Study detects 175 ‘pump and dump’ schemes worth more than $825m

In-depth study identifies fraudulent manipulation of cryptocurrency prices that has caused unsuspecting trading investors to lose hundreds of millions

A Wall Street Journal review of data and online communications among traders between January and July of this year shows specific groups manipulated the price of cryptocurrencies through pump and dump schemes causing unsuspecting investors to lose hundreds of millions of dollars.

“Dozens of trading groups are manipulating the price of cryptocurrencies on some of the largest online exchanges, generating at least $825 million (£636.5 million) in trading activity over the past six months,” the WSJ says.

“Those caught on the wrong side lost fortunes.”

The WSJ study identified 175 ‘pump and dump’ schemes involving 121 different cryptocurrencies “which show a sudden rise in price and equally sudden fall minutes later”.

READ MORE: How are crypto prices determined?

Cryptocurrency exchanges are unregulated markets, so the kind of market manipulation banned on, say, the New York Stock Exchange, can essentially be carried out with impunity,” says London-based RPC cryptocurrency lawyer Ben Yates in the article.

The financial news outlet identified dozens of online chatrooms where coin traders promote the pump and dump schemes.

26 pumps worth $222 million

Two of the biggest are Big Pump Signal and Discord. Through the latter, the group promoted 26 pump operations totalling $222 million (£171 million) in trades.

The schemes are the oldest types of market fraud, involving traders talking up the price of a stock before dumping it for a profit and leaving the conned investor with overvalued shares.

READ MORE: Tether linked to Bitcoin price manipulation, study finds

“Many more such groups exist, potentially adding millions or tens of millions more in activity, but operate in private chat rooms, accessible only by invitation, generally overseen by an anonymous moderator,” the news outlet says.

The schemes became more widespread after the explosion in initial coin offerings (ICOs), which raised about $20 billion (£15.5 billion) over the past 18 months, compared to the $300 million (£231.5 million) they raised between 2014 and 2016.

The Wall Street Journal offers one example in July when the chatroom Big Pump Signal commanded its tens of thousands of followers to buy a new, unknown token called the Cloakcoin.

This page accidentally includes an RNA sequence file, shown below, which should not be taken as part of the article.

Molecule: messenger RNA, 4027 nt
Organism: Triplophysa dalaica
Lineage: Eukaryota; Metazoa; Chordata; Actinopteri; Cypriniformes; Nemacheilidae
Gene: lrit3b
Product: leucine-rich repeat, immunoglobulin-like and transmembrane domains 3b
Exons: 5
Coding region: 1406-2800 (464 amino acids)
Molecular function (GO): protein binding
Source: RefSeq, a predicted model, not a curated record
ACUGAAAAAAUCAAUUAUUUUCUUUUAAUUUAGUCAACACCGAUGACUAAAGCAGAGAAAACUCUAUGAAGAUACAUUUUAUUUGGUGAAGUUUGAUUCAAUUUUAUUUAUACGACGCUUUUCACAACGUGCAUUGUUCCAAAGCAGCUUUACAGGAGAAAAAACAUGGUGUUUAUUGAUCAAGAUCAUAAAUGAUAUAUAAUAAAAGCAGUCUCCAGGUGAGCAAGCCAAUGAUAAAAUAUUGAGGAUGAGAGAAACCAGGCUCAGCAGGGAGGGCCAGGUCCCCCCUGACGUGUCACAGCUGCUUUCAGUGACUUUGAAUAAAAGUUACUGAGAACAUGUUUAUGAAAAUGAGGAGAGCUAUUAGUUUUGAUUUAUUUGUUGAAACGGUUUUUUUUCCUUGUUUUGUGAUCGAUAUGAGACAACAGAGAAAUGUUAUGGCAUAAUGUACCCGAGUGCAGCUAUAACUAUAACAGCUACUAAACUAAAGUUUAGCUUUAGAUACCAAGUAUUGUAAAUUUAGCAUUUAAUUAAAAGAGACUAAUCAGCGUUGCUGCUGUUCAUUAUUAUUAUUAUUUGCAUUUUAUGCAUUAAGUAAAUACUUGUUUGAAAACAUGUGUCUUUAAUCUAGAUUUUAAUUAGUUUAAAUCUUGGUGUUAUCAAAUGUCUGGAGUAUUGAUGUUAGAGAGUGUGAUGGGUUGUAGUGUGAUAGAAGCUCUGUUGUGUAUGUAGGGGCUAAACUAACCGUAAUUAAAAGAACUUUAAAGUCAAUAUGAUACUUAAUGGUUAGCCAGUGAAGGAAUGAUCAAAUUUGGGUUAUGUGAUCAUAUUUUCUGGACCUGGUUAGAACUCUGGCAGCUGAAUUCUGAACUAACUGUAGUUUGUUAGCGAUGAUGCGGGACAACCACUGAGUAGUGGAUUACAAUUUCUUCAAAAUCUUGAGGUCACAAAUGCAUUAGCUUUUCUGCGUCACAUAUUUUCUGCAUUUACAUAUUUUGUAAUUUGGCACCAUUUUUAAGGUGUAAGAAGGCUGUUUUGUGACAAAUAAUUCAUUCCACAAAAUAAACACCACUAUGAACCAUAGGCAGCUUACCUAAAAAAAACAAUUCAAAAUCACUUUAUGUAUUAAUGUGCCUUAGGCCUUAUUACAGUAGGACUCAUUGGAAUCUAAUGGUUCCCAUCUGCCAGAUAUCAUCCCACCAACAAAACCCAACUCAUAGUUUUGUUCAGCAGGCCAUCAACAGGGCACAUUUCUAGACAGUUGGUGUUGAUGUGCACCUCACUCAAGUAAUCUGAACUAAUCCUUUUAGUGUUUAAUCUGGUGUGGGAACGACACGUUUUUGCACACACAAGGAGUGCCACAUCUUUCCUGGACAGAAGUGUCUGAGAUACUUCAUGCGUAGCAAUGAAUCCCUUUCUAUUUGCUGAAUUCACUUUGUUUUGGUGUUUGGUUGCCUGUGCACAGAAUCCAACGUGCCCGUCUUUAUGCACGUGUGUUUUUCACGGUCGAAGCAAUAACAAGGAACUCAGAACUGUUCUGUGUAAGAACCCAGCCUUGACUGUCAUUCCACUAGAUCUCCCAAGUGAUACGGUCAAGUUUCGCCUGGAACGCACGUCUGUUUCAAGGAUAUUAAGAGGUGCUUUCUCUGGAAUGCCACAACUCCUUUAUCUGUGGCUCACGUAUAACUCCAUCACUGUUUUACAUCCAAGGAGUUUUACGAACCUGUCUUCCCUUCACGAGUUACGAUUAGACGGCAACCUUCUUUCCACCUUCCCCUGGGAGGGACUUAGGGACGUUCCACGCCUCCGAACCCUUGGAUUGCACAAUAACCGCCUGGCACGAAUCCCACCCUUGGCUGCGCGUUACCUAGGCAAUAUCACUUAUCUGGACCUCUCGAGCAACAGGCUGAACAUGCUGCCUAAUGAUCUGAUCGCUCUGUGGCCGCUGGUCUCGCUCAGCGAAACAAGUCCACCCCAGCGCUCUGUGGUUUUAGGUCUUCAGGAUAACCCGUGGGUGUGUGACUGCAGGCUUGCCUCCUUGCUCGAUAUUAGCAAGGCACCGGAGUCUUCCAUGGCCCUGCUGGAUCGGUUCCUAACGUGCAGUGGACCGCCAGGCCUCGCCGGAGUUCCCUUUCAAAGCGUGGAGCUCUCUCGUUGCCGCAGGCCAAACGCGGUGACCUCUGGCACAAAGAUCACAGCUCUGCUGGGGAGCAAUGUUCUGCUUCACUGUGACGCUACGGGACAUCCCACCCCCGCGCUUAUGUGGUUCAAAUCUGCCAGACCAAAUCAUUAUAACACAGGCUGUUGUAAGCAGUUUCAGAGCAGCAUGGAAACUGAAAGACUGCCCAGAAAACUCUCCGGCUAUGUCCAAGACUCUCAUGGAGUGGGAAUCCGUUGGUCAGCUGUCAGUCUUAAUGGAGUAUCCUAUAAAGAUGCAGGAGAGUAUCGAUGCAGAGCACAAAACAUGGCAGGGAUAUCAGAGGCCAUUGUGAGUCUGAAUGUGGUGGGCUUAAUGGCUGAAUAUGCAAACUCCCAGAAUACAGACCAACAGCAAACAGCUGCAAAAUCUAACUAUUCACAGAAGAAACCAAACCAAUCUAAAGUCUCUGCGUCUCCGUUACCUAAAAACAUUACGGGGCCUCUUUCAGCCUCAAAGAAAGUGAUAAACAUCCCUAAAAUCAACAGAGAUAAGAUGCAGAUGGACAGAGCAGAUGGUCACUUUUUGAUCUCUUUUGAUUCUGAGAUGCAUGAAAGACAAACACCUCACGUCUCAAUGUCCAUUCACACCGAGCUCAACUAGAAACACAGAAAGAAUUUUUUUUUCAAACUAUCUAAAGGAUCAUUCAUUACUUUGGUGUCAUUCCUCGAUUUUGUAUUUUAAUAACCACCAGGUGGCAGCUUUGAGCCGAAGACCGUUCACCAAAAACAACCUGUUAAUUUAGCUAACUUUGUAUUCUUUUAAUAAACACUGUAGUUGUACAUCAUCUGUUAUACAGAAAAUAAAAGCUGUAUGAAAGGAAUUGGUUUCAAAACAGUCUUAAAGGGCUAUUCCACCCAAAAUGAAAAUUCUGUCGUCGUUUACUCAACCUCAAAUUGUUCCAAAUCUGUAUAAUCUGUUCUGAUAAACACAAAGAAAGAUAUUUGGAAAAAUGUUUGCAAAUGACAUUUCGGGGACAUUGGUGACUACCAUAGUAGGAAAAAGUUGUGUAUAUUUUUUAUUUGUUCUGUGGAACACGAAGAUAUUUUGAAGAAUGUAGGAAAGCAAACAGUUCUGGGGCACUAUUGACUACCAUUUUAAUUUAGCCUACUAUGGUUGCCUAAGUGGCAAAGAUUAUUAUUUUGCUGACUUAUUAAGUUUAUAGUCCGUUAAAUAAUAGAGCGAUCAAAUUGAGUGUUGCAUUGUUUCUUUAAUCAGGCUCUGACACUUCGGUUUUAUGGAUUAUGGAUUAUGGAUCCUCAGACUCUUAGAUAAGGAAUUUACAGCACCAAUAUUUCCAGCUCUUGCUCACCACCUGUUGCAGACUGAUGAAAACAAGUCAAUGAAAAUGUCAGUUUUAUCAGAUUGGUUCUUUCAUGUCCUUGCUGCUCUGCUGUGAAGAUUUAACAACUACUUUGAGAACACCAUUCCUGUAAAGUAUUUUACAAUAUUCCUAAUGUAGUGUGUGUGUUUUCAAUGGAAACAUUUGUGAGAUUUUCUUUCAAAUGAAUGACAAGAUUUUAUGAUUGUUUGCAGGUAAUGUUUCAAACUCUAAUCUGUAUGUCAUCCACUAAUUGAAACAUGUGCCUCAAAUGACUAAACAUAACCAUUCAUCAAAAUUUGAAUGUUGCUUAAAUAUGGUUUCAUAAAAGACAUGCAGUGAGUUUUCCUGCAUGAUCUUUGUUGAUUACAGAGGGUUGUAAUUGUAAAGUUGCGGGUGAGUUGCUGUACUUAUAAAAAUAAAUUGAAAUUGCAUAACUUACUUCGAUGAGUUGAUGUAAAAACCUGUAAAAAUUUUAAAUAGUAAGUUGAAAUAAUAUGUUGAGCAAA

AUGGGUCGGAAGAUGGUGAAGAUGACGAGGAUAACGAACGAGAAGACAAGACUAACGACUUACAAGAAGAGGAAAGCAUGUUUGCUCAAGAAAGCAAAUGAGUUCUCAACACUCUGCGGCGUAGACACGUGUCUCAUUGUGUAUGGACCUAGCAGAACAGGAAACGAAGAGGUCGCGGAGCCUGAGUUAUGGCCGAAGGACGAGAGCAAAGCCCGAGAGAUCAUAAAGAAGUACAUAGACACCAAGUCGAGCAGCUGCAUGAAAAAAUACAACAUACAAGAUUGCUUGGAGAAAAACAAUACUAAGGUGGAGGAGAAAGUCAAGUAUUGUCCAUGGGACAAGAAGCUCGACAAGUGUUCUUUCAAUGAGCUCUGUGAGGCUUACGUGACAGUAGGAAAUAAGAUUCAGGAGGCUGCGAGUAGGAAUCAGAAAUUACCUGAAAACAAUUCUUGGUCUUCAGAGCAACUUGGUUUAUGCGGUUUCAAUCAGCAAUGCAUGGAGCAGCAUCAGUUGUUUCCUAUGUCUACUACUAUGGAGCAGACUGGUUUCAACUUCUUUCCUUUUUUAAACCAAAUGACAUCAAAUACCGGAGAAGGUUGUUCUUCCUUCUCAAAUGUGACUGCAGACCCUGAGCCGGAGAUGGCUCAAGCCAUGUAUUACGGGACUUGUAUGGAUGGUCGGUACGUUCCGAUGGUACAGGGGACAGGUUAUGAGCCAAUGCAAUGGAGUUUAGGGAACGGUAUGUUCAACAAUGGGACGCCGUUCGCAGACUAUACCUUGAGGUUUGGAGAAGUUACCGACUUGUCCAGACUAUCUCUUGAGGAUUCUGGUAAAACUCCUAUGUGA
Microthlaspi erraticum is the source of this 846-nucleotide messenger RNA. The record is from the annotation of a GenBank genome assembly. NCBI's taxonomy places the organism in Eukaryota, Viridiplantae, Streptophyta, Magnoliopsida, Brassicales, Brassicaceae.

“@Everyone be sure to ride the waves,” was the call from the anonymous moderator of the group’s Telegram channel. Immediately after, the Cloakcoin price increased exponentially on the Binance crypto exchange.

READ MORE: DOJ probe will strengthen cryptocurrency space

The price of the token increased by nearly 50% within minutes of the 1st July message on Big Pump Signal, after which more than 6,700 trades worth $1.7 million (£1.3 million) were reported, “compared with virtually no trading the hour before.”

Then the dumping began, and in just two minutes the price plummeted almost a dollar. During the same period, Binance’s 10 most traded Bitcoin (BTC) pairs barely moved.

“Obviously, we were surprised. We cannot say why it happened, but it’s definitely not from our side,” said Harry Sidiropoulos, Cloakcoin’s marketing manager.


“The exact number of pump groups involved in crypto price manipulation couldn’t be determined, but the Journal found 63 actively pushing different pump schemes. The groups have names that don’t hide their purpose, such as Orion Pump, MEGA Pump and A+ Signals. Most operate on Telegram and Discord, where collectively they had 236,000 followers at the end of June,” explained the WSJ.

READ MORE: Cryptocurrency regulations a welcome step

Based on the study, crypto investors have to be especially cautious when trading with the lesser known of the 1,600 or so cryptocurrencies out there, as they are the ones that are usually targeted by the pump and dump con artists.

Disclaimer: The views and opinions expressed by the author should not be considered as financial advice. We do not give advice on financial products.


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